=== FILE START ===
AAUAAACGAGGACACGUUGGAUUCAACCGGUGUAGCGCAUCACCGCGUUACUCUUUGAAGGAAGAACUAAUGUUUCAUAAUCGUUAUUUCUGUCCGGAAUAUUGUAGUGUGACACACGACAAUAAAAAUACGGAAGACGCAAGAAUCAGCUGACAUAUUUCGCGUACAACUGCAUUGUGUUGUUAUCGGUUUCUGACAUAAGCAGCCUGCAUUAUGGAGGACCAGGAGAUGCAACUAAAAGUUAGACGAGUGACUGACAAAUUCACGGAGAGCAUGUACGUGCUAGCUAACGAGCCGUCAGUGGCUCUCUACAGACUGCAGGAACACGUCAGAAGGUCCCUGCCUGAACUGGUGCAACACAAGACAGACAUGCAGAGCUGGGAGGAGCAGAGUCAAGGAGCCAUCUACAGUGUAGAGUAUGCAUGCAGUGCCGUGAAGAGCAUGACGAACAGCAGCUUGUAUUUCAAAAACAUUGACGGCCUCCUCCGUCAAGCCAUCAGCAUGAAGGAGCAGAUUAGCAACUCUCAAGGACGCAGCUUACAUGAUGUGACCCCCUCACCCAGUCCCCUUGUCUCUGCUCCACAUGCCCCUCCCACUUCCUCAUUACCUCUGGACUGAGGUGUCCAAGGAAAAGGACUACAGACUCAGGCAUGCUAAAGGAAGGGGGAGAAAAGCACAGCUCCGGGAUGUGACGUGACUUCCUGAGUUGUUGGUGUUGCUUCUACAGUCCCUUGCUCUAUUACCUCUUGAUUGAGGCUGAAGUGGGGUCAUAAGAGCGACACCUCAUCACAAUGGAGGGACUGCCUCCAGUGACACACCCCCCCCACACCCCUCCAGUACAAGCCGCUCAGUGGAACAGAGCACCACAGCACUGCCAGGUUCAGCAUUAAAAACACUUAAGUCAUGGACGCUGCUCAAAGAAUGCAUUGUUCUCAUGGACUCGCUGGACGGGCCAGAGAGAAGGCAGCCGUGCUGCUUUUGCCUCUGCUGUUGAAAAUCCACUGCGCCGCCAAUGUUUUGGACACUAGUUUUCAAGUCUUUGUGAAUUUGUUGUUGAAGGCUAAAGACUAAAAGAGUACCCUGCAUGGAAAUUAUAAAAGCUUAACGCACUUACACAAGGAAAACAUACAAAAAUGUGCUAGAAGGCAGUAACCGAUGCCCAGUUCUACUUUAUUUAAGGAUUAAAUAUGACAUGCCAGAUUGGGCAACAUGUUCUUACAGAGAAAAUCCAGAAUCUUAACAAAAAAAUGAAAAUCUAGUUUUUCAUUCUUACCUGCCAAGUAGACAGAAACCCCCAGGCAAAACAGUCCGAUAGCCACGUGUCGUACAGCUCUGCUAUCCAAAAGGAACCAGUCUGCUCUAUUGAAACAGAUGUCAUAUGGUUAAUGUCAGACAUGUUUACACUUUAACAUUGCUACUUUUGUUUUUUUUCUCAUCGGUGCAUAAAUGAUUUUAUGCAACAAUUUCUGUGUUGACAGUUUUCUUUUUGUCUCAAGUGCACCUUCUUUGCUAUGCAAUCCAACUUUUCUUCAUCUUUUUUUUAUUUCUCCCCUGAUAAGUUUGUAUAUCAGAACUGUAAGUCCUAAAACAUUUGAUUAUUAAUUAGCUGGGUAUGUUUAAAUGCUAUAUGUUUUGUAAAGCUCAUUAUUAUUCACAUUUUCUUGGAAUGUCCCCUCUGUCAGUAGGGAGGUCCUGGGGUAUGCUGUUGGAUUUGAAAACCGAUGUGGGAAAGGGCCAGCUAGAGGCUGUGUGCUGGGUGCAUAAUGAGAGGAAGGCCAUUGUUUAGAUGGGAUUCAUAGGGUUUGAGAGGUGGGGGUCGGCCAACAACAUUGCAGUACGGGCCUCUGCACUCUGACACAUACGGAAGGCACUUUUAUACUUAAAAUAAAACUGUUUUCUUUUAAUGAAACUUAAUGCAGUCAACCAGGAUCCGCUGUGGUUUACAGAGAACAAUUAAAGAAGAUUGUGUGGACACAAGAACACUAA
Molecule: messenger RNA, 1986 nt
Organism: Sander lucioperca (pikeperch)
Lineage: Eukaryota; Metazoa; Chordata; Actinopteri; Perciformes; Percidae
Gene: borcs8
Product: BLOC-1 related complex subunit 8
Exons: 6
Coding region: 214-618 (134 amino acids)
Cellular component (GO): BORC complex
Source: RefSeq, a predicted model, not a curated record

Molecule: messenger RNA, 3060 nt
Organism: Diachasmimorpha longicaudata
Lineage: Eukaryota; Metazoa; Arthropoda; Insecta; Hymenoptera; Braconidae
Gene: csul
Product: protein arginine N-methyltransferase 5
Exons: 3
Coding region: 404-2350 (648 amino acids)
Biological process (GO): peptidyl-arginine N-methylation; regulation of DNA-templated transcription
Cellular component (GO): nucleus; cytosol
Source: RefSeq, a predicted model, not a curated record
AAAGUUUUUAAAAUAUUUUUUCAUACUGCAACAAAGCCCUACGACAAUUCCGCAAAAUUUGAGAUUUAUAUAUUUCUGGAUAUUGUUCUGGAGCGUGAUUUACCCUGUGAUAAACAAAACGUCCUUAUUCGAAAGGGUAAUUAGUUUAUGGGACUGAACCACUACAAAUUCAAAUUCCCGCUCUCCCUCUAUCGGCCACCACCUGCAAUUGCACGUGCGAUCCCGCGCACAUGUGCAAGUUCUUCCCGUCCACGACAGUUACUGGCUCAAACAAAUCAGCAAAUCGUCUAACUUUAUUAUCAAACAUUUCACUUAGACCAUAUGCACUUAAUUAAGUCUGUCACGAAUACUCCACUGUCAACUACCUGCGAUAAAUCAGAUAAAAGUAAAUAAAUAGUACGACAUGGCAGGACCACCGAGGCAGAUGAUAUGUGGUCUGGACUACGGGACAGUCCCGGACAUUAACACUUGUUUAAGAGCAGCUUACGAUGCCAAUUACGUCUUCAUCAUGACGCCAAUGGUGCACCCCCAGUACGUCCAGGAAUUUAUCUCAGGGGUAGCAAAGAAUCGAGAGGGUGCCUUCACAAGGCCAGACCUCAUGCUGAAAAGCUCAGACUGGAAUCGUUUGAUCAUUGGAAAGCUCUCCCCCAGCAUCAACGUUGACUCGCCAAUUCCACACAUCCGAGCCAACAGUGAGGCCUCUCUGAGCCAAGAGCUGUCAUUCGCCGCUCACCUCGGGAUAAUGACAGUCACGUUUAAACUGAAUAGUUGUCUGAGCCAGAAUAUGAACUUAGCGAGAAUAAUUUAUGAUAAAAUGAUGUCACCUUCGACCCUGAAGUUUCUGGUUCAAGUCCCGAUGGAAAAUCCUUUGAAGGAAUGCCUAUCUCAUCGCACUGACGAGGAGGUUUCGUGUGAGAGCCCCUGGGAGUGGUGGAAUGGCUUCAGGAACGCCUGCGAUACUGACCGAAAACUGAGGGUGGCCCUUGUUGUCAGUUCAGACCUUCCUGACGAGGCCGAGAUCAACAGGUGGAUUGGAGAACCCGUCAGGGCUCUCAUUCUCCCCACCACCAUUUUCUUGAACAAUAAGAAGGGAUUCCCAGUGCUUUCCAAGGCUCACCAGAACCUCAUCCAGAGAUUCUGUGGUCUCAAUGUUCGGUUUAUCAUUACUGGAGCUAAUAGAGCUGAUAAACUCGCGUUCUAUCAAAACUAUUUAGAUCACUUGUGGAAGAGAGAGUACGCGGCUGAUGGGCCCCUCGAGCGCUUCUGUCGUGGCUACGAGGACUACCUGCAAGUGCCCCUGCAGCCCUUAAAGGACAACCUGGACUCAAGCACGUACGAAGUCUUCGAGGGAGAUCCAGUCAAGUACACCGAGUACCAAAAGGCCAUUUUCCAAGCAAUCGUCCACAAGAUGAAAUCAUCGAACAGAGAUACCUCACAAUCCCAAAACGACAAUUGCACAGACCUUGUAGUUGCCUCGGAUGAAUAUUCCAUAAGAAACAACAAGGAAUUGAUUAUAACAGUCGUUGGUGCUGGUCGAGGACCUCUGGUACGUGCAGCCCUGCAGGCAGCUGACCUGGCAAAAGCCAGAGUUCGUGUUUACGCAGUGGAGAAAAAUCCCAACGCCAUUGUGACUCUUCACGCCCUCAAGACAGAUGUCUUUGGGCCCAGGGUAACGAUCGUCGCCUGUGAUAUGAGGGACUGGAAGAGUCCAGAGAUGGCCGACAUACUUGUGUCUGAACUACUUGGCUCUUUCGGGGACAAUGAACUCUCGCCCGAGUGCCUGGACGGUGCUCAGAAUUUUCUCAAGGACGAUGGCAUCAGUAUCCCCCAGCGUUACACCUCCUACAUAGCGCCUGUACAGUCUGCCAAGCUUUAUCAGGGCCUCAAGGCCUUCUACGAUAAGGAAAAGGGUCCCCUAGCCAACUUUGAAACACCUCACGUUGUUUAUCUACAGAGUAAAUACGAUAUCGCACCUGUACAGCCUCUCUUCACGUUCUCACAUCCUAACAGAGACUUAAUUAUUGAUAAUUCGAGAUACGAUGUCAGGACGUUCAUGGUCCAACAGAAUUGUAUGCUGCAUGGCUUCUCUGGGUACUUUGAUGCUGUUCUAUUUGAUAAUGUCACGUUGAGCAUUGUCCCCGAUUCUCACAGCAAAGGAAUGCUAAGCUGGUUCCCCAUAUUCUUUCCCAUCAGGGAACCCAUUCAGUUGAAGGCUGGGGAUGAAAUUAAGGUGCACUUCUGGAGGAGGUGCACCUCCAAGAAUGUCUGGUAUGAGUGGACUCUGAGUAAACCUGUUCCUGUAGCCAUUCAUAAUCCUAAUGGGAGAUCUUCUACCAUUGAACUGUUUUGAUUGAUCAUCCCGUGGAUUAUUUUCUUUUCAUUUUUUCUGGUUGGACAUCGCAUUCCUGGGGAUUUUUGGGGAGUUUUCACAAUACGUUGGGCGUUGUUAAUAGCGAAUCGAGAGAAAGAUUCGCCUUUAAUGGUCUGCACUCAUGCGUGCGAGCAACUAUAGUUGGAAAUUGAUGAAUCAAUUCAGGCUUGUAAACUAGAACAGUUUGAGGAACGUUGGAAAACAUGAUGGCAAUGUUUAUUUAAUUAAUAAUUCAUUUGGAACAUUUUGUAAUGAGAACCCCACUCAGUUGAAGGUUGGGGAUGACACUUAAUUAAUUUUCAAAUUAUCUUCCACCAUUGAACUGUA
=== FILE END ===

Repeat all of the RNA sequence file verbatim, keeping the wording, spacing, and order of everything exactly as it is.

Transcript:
AAUAAACGAGGACACGUUGGAUUCAACCGGUGUAGCGCAUCACCGCGUUACUCUUUGAAGGAAGAACUAAUGUUUCAUAAUCGUUAUUUCUGUCCGGAAUAUUGUAGUGUGACACACGACAAUAAAAAUACGGAAGACGCAAGAAUCAGCUGACAUAUUUCGCGUACAACUGCAUUGUGUUGUUAUCGGUUUCUGACAUAAGCAGCCUGCAUUAUGGAGGACCAGGAGAUGCAACUAAAAGUUAGACGAGUGACUGACAAAUUCACGGAGAGCAUGUACGUGCUAGCUAACGAGCCGUCAGUGGCUCUCUACAGACUGCAGGAACACGUCAGAAGGUCCCUGCCUGAACUGGUGCAACACAAGACAGACAUGCAGAGCUGGGAGGAGCAGAGUCAAGGAGCCAUCUACAGUGUAGAGUAUGCAUGCAGUGCCGUGAAGAGCAUGACGAACAGCAGCUUGUAUUUCAAAAACAUUGACGGCCUCCUCCGUCAAGCCAUCAGCAUGAAGGAGCAGAUUAGCAACUCUCAAGGACGCAGCUUACAUGAUGUGACCCCCUCACCCAGUCCCCUUGUCUCUGCUCCACAUGCCCCUCCCACUUCCUCAUUACCUCUGGACUGAGGUGUCCAAGGAAAAGGACUACAGACUCAGGCAUGCUAAAGGAAGGGGGAGAAAAGCACAGCUCCGGGAUGUGACGUGACUUCCUGAGUUGUUGGUGUUGCUUCUACAGUCCCUUGCUCUAUUACCUCUUGAUUGAGGCUGAAGUGGGGUCAUAAGAGCGACACCUCAUCACAAUGGAGGGACUGCCUCCAGUGACACACCCCCCCCACACCCCUCCAGUACAAGCCGCUCAGUGGAACAGAGCACCACAGCACUGCCAGGUUCAGCAUUAAAAACACUUAAGUCAUGGACGCUGCUCAAAGAAUGCAUUGUUCUCAUGGACUCGCUGGACGGGCCAGAGAGAAGGCAGCCGUGCUGCUUUUGCCUCUGCUGUUGAAAAUCCACUGCGCCGCCAAUGUUUUGGACACUAGUUUUCAAGUCUUUGUGAAUUUGUUGUUGAAGGCUAAAGACUAAAAGAGUACCCUGCAUGGAAAUUAUAAAAGCUUAACGCACUUACACAAGGAAAACAUACAAAAAUGUGCUAGAAGGCAGUAACCGAUGCCCAGUUCUACUUUAUUUAAGGAUUAAAUAUGACAUGCCAGAUUGGGCAACAUGUUCUUACAGAGAAAAUCCAGAAUCUUAACAAAAAAAUGAAAAUCUAGUUUUUCAUUCUUACCUGCCAAGUAGACAGAAACCCCCAGGCAAAACAGUCCGAUAGCCACGUGUCGUACAGCUCUGCUAUCCAAAAGGAACCAGUCUGCUCUAUUGAAACAGAUGUCAUAUGGUUAAUGUCAGACAUGUUUACACUUUAACAUUGCUACUUUUGUUUUUUUUCUCAUCGGUGCAUAAAUGAUUUUAUGCAACAAUUUCUGUGUUGACAGUUUUCUUUUUGUCUCAAGUGCACCUUCUUUGCUAUGCAAUCCAACUUUUCUUCAUCUUUUUUUUAUUUCUCCCCUGAUAAGUUUGUAUAUCAGAACUGUAAGUCCUAAAACAUUUGAUUAUUAAUUAGCUGGGUAUGUUUAAAUGCUAUAUGUUUUGUAAAGCUCAUUAUUAUUCACAUUUUCUUGGAAUGUCCCCUCUGUCAGUAGGGAGGUCCUGGGGUAUGCUGUUGGAUUUGAAAACCGAUGUGGGAAAGGGCCAGCUAGAGGCUGUGUGCUGGGUGCAUAAUGAGAGGAAGGCCAUUGUUUAGAUGGGAUUCAUAGGGUUUGAGAGGUGGGGGUCGGCCAACAACAUUGCAGUACGGGCCUCUGCACUCUGACACAUACGGAAGGCACUUUUAUACUUAAAAUAAAACUGUUUUCUUUUAAUGAAACUUAAUGCAGUCAACCAGGAUCCGCUGUGGUUUACAGAGAACAAUUAAAGAAGAUUGUGUGGACACAAGAACACUAA
Molecule: messenger RNA, 1986 nt
Organism: Sander lucioperca (pikeperch)
Lineage: Eukaryota; Metazoa; Chordata; Actinopteri; Perciformes; Percidae
Gene: borcs8
Product: BLOC-1 related complex subunit 8
Exons: 6
Coding region: 214-618 (134 amino acids)
Cellular component (GO): BORC complex
Source: RefSeq, a predicted model, not a curated record

Molecule: messenger RNA, 3060 nt
Organism: Diachasmimorpha longicaudata
Lineage: Eukaryota; Metazoa; Arthropoda; Insecta; Hymenoptera; Braconidae
Gene: csul
Product: protein arginine N-methyltransferase 5
Exons: 3
Coding region: 404-2350 (648 amino acids)
Biological process (GO): peptidyl-arginine N-methylation; regulation of DNA-templated transcription
Cellular component (GO): nucleus; cytosol
Source: RefSeq, a predicted model, not a curated record
AAAGUUUUUAAAAUAUUUUUUCAUACUGCAACAAAGCCCUACGACAAUUCCGCAAAAUUUGAGAUUUAUAUAUUUCUGGAUAUUGUUCUGGAGCGUGAUUUACCCUGUGAUAAACAAAACGUCCUUAUUCGAAAGGGUAAUUAGUUUAUGGGACUGAACCACUACAAAUUCAAAUUCCCGCUCUCCCUCUAUCGGCCACCACCUGCAAUUGCACGUGCGAUCCCGCGCACAUGUGCAAGUUCUUCCCGUCCACGACAGUUACUGGCUCAAACAAAUCAGCAAAUCGUCUAACUUUAUUAUCAAACAUUUCACUUAGACCAUAUGCACUUAAUUAAGUCUGUCACGAAUACUCCACUGUCAACUACCUGCGAUAAAUCAGAUAAAAGUAAAUAAAUAGUACGACAUGGCAGGACCACCGAGGCAGAUGAUAUGUGGUCUGGACUACGGGACAGUCCCGGACAUUAACACUUGUUUAAGAGCAGCUUACGAUGCCAAUUACGUCUUCAUCAUGACGCCAAUGGUGCACCCCCAGUACGUCCAGGAAUUUAUCUCAGGGGUAGCAAAGAAUCGAGAGGGUGCCUUCACAAGGCCAGACCUCAUGCUGAAAAGCUCAGACUGGAAUCGUUUGAUCAUUGGAAAGCUCUCCCCCAGCAUCAACGUUGACUCGCCAAUUCCACACAUCCGAGCCAACAGUGAGGCCUCUCUGAGCCAAGAGCUGUCAUUCGCCGCUCACCUCGGGAUAAUGACAGUCACGUUUAAACUGAAUAGUUGUCUGAGCCAGAAUAUGAACUUAGCGAGAAUAAUUUAUGAUAAAAUGAUGUCACCUUCGACCCUGAAGUUUCUGGUUCAAGUCCCGAUGGAAAAUCCUUUGAAGGAAUGCCUAUCUCAUCGCACUGACGAGGAGGUUUCGUGUGAGAGCCCCUGGGAGUGGUGGAAUGGCUUCAGGAACGCCUGCGAUACUGACCGAAAACUGAGGGUGGCCCUUGUUGUCAGUUCAGACCUUCCUGACGAGGCCGAGAUCAACAGGUGGAUUGGAGAACCCGUCAGGGCUCUCAUUCUCCCCACCACCAUUUUCUUGAACAAUAAGAAGGGAUUCCCAGUGCUUUCCAAGGCUCACCAGAACCUCAUCCAGAGAUUCUGUGGUCUCAAUGUUCGGUUUAUCAUUACUGGAGCUAAUAGAGCUGAUAAACUCGCGUUCUAUCAAAACUAUUUAGAUCACUUGUGGAAGAGAGAGUACGCGGCUGAUGGGCCCCUCGAGCGCUUCUGUCGUGGCUACGAGGACUACCUGCAAGUGCCCCUGCAGCCCUUAAAGGACAACCUGGACUCAAGCACGUACGAAGUCUUCGAGGGAGAUCCAGUCAAGUACACCGAGUACCAAAAGGCCAUUUUCCAAGCAAUCGUCCACAAGAUGAAAUCAUCGAACAGAGAUACCUCACAAUCCCAAAACGACAAUUGCACAGACCUUGUAGUUGCCUCGGAUGAAUAUUCCAUAAGAAACAACAAGGAAUUGAUUAUAACAGUCGUUGGUGCUGGUCGAGGACCUCUGGUACGUGCAGCCCUGCAGGCAGCUGACCUGGCAAAAGCCAGAGUUCGUGUUUACGCAGUGGAGAAAAAUCCCAACGCCAUUGUGACUCUUCACGCCCUCAAGACAGAUGUCUUUGGGCCCAGGGUAACGAUCGUCGCCUGUGAUAUGAGGGACUGGAAGAGUCCAGAGAUGGCCGACAUACUUGUGUCUGAACUACUUGGCUCUUUCGGGGACAAUGAACUCUCGCCCGAGUGCCUGGACGGUGCUCAGAAUUUUCUCAAGGACGAUGGCAUCAGUAUCCCCCAGCGUUACACCUCCUACAUAGCGCCUGUACAGUCUGCCAAGCUUUAUCAGGGCCUCAAGGCCUUCUACGAUAAGGAAAAGGGUCCCCUAGCCAACUUUGAAACACCUCACGUUGUUUAUCUACAGAGUAAAUACGAUAUCGCACCUGUACAGCCUCUCUUCACGUUCUCACAUCCUAACAGAGACUUAAUUAUUGAUAAUUCGAGAUACGAUGUCAGGACGUUCAUGGUCCAACAGAAUUGUAUGCUGCAUGGCUUCUCUGGGUACUUUGAUGCUGUUCUAUUUGAUAAUGUCACGUUGAGCAUUGUCCCCGAUUCUCACAGCAAAGGAAUGCUAAGCUGGUUCCCCAUAUUCUUUCCCAUCAGGGAACCCAUUCAGUUGAAGGCUGGGGAUGAAAUUAAGGUGCACUUCUGGAGGAGGUGCACCUCCAAGAAUGUCUGGUAUGAGUGGACUCUGAGUAAACCUGUUCCUGUAGCCAUUCAUAAUCCUAAUGGGAGAUCUUCUACCAUUGAACUGUUUUGAUUGAUCAUCCCGUGGAUUAUUUUCUUUUCAUUUUUUCUGGUUGGACAUCGCAUUCCUGGGGAUUUUUGGGGAGUUUUCACAAUACGUUGGGCGUUGUUAAUAGCGAAUCGAGAGAAAGAUUCGCCUUUAAUGGUCUGCACUCAUGCGUGCGAGCAACUAUAGUUGGAAAUUGAUGAAUCAAUUCAGGCUUGUAAACUAGAACAGUUUGAGGAACGUUGGAAAACAUGAUGGCAAUGUUUAUUUAAUUAAUAAUUCAUUUGGAACAUUUUGUAAUGAGAACCCCACUCAGUUGAAGGUUGGGGAUGACACUUAAUUAAUUUUCAAAUUAUCUUCCACCAUUGAACUGUA